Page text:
Privacy advocates, worried that the Defense Department is sinking millions of dollars into unproven online voting systems, are suing the Pentagon for the release of long-promised test results on whether Internet-based voting is safe. The subtext of the lawsuit is that after spending millions on online voting experiments — in 2010 alone, the Defense Department’s Federal Voting Assistance Program received $9 million from Congress to design and test Internet-based voting — privacy advocates worry that online voting could spread in the United States without proper vetting. The Electronic Privacy Information Center, a D.C.-based advocacy group, filed a lawsuit last month against the Pentagon, under the Freedom of Information Act, to compel the release of the results of the department’s test of its online voting system. Ginger McCall is the director of EPIC’s open government project. “Voting is an integral part of our democratic system,” she said, “and it is imperative that the public have information about whether or not e-voting systems are really secure and reliable before they are used or more money is spent on their acquisition.”
With the midterm elections approaching, voting activists have developed a new online tool to make it easier for servicemembers deployed overseas to cast their votes. The Can I Vote Absentee? widget provides information about absentee voting rules and regulations on a state-by-state basis. It also helps people register to vote and request their ballots. … Registering and acquiring ballots are critical steps in the voting process, but Pamela Smith, the president of Verified Voting, emphasized the importance of getting the ballots mailed back in time. She encouraged troops to take advantage of the Military Postal Service’s special express mail delivery service for sending ballots. The service is free and gets each ballot back to election officials within two days on average, she told reporters. “This is really helpful because it makes it a secure and private way to get your ballot back,” she said.
Voting Blogs: Mail Your Ballot Back: Why Voting Online Puts Your Vote and Privacy at Risk | Verified Voting Blog
Twenty-three states plus the District of Columbia allow military and overseas voters (not domestic voters) to return voted ballots by email, facsimile and/or other Internet transmission; six allow internet return in military in zones of “hostile fire.” Alaska allows it for all absentee voters. But these methods of casting ballots over the Internet are very insecure; ballots returned this way are at risk for manipulation, loss or deletion.
According to the National Institute for Standards and Technology, the agency charged with reviewing the security of internet voting systems, even the most sophisticated cyber security protections cannot secure voted ballots sent over the Internet and that secure Internet voting is not feasible at this time. Even if ballots are returned electronically over online balloting systems that employ security tools such as encryption or virtual private networks, the privacy, integrity or the reliable delivery of the ballot can’t be guaranteed.
Just as important, ballots sent by electronic transmission cannot be kept private. Most States which accept electronically transmitted ballots require voters to sign a waiver forfeiting the right to a secret ballot. In some cases this waiver conflicts with State law or constitution which guarantees the right to a secret ballot.
Three judges, ruling as a panel, Wednesday ruled the Kansas Democratic Party does not have to supply a name to the Secretary of State’s office for the upcoming general election race for US Senate. The ruling came mid-afternoon Wednesday, just before a requested deadline by Secretary of State Kris Kobach who has been trying to get the state party to provide a replacement name for Shawnee County District Attorney Chad Taylor. Taylor was the Democratic nomination in the August primary election, but then backed out of the race in early September. Following his withdrawal, Kobach said he would not remove Taylor’s name for technical reasons – a decision that ultimately found it’s way to the Kansas State Supreme Court which ruled Taylor could indeed take his name off the ballot.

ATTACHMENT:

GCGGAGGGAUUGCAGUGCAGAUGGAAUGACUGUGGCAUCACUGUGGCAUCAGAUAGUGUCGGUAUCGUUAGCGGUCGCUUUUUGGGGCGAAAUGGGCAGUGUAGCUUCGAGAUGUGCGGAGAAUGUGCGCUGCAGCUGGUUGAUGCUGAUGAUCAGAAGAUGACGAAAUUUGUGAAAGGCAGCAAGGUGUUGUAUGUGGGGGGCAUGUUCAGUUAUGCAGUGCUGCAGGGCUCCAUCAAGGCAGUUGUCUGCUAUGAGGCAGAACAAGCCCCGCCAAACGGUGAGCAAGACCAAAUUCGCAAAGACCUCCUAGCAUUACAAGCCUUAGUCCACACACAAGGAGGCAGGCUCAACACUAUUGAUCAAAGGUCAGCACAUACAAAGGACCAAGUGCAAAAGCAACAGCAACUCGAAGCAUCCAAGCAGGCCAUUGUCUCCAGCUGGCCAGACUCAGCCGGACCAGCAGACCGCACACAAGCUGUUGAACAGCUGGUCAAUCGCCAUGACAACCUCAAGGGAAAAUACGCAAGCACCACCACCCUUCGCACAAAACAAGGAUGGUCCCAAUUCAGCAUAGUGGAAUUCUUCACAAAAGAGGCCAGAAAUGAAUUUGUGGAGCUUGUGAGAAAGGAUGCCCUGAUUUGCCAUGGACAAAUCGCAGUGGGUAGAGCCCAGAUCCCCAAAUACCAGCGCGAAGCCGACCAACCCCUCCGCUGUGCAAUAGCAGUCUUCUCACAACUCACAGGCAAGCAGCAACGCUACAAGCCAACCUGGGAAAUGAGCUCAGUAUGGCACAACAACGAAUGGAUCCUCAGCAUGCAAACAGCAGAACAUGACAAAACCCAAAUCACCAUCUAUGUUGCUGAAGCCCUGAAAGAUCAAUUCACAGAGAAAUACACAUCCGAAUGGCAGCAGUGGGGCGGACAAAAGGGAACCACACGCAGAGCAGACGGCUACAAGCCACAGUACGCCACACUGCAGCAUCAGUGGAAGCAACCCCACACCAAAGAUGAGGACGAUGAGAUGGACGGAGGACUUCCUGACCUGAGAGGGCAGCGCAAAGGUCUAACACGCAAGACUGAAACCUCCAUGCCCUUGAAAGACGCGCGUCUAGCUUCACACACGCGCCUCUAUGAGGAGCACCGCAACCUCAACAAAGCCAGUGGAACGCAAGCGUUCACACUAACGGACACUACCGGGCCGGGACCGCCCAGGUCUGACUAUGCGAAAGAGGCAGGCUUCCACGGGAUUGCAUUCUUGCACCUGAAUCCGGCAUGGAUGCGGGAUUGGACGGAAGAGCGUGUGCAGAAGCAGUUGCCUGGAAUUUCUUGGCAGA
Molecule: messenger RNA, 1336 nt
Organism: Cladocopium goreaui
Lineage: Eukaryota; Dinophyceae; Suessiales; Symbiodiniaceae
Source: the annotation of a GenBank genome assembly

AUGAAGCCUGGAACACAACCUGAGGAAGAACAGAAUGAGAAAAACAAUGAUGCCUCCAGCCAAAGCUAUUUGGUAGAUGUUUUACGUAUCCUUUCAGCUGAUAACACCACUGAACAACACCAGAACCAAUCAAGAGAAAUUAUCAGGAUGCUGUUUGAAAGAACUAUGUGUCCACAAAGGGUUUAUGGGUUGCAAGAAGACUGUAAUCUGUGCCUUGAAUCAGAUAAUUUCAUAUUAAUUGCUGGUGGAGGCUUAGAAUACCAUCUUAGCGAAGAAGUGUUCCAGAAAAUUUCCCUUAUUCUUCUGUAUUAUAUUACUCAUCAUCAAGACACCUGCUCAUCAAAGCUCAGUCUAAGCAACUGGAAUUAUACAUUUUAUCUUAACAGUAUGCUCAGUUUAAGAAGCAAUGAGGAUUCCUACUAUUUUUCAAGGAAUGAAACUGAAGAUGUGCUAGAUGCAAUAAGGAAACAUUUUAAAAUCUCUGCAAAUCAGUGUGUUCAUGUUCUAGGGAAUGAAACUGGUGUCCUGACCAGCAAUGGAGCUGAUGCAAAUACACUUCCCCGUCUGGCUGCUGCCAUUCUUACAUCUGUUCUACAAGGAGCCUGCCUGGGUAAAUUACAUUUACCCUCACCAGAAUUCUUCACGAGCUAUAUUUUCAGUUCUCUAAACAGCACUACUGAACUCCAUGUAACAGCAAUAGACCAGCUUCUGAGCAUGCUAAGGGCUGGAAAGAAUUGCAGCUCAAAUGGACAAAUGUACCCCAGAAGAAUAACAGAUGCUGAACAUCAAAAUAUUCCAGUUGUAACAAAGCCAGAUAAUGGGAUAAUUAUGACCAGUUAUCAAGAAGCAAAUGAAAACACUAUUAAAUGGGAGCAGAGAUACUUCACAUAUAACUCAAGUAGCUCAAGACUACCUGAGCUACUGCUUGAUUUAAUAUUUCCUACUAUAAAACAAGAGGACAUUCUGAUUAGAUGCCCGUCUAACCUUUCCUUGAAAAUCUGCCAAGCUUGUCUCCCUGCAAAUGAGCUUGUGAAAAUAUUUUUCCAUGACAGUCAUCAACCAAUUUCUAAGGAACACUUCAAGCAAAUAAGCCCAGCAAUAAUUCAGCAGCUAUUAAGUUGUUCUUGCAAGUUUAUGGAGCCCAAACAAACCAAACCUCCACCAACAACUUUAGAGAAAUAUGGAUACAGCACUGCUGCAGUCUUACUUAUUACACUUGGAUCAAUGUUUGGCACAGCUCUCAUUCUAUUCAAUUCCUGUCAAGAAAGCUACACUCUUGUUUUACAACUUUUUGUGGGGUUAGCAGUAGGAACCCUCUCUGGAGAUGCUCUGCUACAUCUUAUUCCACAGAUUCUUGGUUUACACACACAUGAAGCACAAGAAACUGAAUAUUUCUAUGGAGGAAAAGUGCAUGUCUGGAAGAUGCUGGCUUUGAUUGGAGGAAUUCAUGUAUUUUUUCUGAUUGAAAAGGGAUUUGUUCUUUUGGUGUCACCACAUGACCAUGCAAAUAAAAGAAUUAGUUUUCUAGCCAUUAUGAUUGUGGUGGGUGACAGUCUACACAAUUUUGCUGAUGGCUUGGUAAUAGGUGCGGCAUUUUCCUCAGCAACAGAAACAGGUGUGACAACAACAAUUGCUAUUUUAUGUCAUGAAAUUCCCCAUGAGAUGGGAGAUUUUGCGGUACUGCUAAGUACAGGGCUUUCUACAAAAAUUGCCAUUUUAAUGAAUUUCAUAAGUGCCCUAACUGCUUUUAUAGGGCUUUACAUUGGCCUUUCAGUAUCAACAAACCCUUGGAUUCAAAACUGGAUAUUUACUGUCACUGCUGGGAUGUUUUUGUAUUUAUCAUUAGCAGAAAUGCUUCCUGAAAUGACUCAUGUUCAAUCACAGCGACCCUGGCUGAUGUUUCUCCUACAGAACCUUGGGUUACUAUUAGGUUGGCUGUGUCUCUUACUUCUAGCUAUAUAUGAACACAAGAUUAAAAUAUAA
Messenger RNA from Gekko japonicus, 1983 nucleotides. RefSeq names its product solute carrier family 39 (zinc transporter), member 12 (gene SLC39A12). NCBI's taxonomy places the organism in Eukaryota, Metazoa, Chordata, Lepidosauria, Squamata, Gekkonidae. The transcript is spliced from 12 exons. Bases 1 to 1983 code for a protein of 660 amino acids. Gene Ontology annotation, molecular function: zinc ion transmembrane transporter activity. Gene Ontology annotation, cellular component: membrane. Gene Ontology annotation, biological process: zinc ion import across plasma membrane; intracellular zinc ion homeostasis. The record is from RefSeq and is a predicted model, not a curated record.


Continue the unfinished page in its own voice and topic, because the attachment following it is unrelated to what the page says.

North Carolina: 2 New Limits on Voting in North Carolina Are Rejected by U.S. Court | New York Times
A federal appeals court on Wednesday forced North Carolina officials to restore two provisions for ballot access that had been eliminated in a law passed by the state’s Republican-controlled Legislature that civil rights groups said would disproportionately harm black voters. The 2-to-1 ruling by the United States Court of Appeals for the Fourth Circuit restores “same-day registration,” which allows North Carolina voters to register and cast ballots in single visits to locations for early voting. The ruling also sets aside another part of the law and directs the state to count provisional ballots that are filed outside of voters’ home precincts. The elimination of same-day registration and out-of-precinct provisional voting were two of the numerous restrictive changes enacted in the law, known as H.B. 589, that was signed by Gov. Pat McCrory in August 2013. The law was one of several passed recently in Republican-controlled statehouses on the grounds that they would protect the integrity of the electoral process or save money. But many Democrats see them as blatant efforts to suppress the turnout of minorities, young voters and others.
Texas’ voter identification law, which was the focus of a federal trial that concluded Monday in Corpus Christi, could be on a fast-track to the U.S. Supreme Court before Election Day in November. U.S. District Judge Nelva Gonzales Ramos, a Democrat who was appointed to the post in 2011 by President Barack Obama, is expected to strike down the law, according to election law experts. The state would then appeal to the conservative 5th U.S. Circuit Court of Appeals. The plaintiffs, which include the U.S. Department of Justice, likely would lose that round and could ask for emergency relief from the Supreme Court — all possibly within the next six weeks. It’s a scenario laid out by Richard Hasen, a professor at the law school at the University of California at Irvine, who has been closely following the Texas case.